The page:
This is a walk at Bolton Abbey, which is one of my favourite places, and one reason for that is all the little walks you can put together around the estate. So this is one of them.
This walk starts in the village, at the hole in the wall, which is a hole in the wall with a gate in it. I don’t know if they made the hole specifically for the gate, or if they widened an existing hole. But there is a hole, and through the hole is a path leading down to the priory ruins and the river.
The Bolton Abbey Estate is a very popular place, and this area tends to get extremely busy on nice days. We’re nowhere near the seaside, so this is where people go in lieu of a beach. This was a very nice day, and I’m glad I got there early before it started to get busy.
You go past the ruins, down to the river where there’s a bridge and stepping stones. Cross the river, whichever way you like, and then you’ve got one of two ways to go. One of the paths you have to go across the grass to find, the other one is obvious. I went up the obvious one, and it is up. The land is an incline, and this path just goes up and up until you’ve reached the highest point. It’s a bit tiring to do this relatively early in the walk, but from then it’s flat or down. The other path – which I’ve run along before – is a bit more up and down, and it never gets quite as high. They meet after a while.
Now I’ll just talk about a couple of interesting things along the way. That’s interesting by my definition, which may have a lower bar than other people’s. Fair warning.
So, there’s a couple of trees that have got handgrips built into them; like a climbing wall, but trees. The area they’re in is sort of cordoned off. It would be easy to bypass, but I guess it’s just to let people know the trees aren’t something anyone passing by should go up. But they were pretty fun just to look at, it’s a cool idea.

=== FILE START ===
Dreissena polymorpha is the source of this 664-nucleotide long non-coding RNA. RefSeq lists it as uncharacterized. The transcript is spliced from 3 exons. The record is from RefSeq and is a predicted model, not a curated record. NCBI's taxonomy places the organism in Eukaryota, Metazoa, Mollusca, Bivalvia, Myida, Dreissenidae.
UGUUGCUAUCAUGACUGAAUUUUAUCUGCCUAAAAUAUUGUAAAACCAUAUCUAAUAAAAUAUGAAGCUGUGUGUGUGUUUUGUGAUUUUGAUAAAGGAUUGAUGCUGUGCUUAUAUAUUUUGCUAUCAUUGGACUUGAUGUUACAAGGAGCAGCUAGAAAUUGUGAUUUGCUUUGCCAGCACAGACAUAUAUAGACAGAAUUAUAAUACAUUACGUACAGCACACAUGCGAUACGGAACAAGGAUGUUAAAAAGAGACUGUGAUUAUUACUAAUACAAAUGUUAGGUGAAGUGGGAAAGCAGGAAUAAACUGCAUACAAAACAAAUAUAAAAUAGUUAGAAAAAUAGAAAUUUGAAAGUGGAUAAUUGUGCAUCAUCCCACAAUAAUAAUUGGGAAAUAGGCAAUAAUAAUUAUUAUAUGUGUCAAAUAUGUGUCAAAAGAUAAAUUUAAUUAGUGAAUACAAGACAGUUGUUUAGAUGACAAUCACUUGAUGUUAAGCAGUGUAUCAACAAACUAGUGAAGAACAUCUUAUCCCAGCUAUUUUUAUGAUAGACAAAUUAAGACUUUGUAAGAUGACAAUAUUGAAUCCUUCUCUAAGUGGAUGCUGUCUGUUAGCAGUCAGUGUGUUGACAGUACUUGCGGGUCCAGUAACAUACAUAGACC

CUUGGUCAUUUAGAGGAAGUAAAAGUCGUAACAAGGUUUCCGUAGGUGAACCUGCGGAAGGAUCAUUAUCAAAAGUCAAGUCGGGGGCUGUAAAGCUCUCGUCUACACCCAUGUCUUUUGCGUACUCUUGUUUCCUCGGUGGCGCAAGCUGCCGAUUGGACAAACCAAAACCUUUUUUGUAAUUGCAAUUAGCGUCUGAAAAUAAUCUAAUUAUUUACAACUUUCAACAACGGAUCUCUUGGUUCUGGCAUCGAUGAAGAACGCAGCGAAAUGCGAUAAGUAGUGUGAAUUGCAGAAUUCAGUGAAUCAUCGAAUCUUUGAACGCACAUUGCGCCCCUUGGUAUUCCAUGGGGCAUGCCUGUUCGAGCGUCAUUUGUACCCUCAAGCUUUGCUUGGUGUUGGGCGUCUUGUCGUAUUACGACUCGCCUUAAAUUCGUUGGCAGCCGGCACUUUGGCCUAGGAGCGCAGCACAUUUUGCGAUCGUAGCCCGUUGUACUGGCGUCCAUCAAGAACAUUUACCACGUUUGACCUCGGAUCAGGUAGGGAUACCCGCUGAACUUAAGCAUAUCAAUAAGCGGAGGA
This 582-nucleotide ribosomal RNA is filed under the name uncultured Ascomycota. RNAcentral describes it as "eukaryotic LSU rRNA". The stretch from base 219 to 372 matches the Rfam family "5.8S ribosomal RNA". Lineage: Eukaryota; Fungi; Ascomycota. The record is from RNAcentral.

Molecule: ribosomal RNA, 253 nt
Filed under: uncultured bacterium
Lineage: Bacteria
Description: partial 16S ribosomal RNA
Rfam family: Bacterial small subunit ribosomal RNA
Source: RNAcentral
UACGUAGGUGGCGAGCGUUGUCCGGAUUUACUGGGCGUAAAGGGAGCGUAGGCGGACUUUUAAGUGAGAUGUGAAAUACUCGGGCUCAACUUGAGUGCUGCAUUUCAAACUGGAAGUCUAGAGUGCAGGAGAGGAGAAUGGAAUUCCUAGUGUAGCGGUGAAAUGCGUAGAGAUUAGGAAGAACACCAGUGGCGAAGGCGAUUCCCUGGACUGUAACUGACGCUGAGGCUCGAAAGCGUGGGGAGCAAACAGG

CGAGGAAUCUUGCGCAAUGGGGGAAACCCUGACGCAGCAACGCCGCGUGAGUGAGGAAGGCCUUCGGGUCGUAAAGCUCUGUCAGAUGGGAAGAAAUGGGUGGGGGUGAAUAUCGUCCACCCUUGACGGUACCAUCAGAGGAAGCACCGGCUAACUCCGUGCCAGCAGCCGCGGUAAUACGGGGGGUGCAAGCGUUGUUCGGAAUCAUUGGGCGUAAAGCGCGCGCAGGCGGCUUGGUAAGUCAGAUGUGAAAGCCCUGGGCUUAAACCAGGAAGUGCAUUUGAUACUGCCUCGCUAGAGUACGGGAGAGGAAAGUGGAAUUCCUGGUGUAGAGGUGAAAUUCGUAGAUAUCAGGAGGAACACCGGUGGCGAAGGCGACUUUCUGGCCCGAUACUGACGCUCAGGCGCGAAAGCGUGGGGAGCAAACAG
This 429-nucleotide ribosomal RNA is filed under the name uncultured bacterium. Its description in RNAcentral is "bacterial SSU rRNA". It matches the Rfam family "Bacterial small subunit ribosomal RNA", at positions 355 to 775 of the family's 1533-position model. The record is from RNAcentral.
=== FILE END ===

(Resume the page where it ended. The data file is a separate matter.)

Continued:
And there’s a money tree. It’s your fairly standard felled trunk, though it is one of the larger ones I’ve seen. There’s a curve in the path and the money tree is going between the two sides, which looks quite striking. It’s also rather tempting to walk or crawl across it, as it’s raised a bit off the ground.
Somewhere, as I mentioned, the path merges with the other one coming from the priory. I can’t remember exactly where, but they do merge.
And it’s just a nice walk in general, it’s very pretty countryside.
Eventually you come across a ford. From this area is a path leading to Cavendish Pavilion. You come out of the woods and it’s a very pleasant walk by the river until you reach the bridge. This is as far as I walked, although you can go on to other bits of the estate if you want. Or you can have a bit to eat at the Pavilion, a look in the shop, or just walk back.
I did stop for lunch, but that’s not really relevant to the walk. The fact that you can is relevant, I suppose, but not what I actually did.
You have a few choices which way back you go. You can go back the way you came, maybe take the other route when the path splits. Or you can walk back along the other side of the river, but that is mostly car park. The car park at Cavendish Pavilion just goes on forever, I presume for when they have events. If you go that way then you’ll eventually reach a field where you’re asked to ignore the path and make your own way across, as an erosion prevention measure. Then you go up some steps which come out near a fountain. Or you can just walk up the road that come down to the car park, which will also bring you out near the fountain.
The fountain was erected in 1886, in memory of Lord Frederick Cavendish, who was the Chief Secretary to Ireland who was murdered a few hours after arriving in Dublin. I only learnt this on this particular visit, as there’s also a memorial in the priory graveyard (he’s not buried here) and I bothered to read it this time. I figured the fountain was a memorial from the fact there was a name on it, but I didn’t learn any details. But that’s why it’s there.
There’s a gate through to the priory just a little down the road, and from there you can get back to the hole in the wall. I will talk about the priory a bit too, before I finish. As you’d probably gathered, it is the namesake of the village and the estate, although it is a priory rather than an abbey – not that I could really explain the difference, but I know there is one. It’s an Augustinian priory founded in 1154. It was briefly abandoned in the fourteenth century due to Scottish raids, then came the Dissolution of the Monasteries in the sixteenth century, and the priory met the same fate as many others. However, part of the building was being used as the parish church, and that survived and is still in use today. So, half the building is an active church, the other is ruins.
There is quite a lot to the ruins, it’s good to look around. If you are walking past it I’d definitely say stop for a look. But I really like ruins anyway.
So that’s the walk. Thanks for reading. Photos here.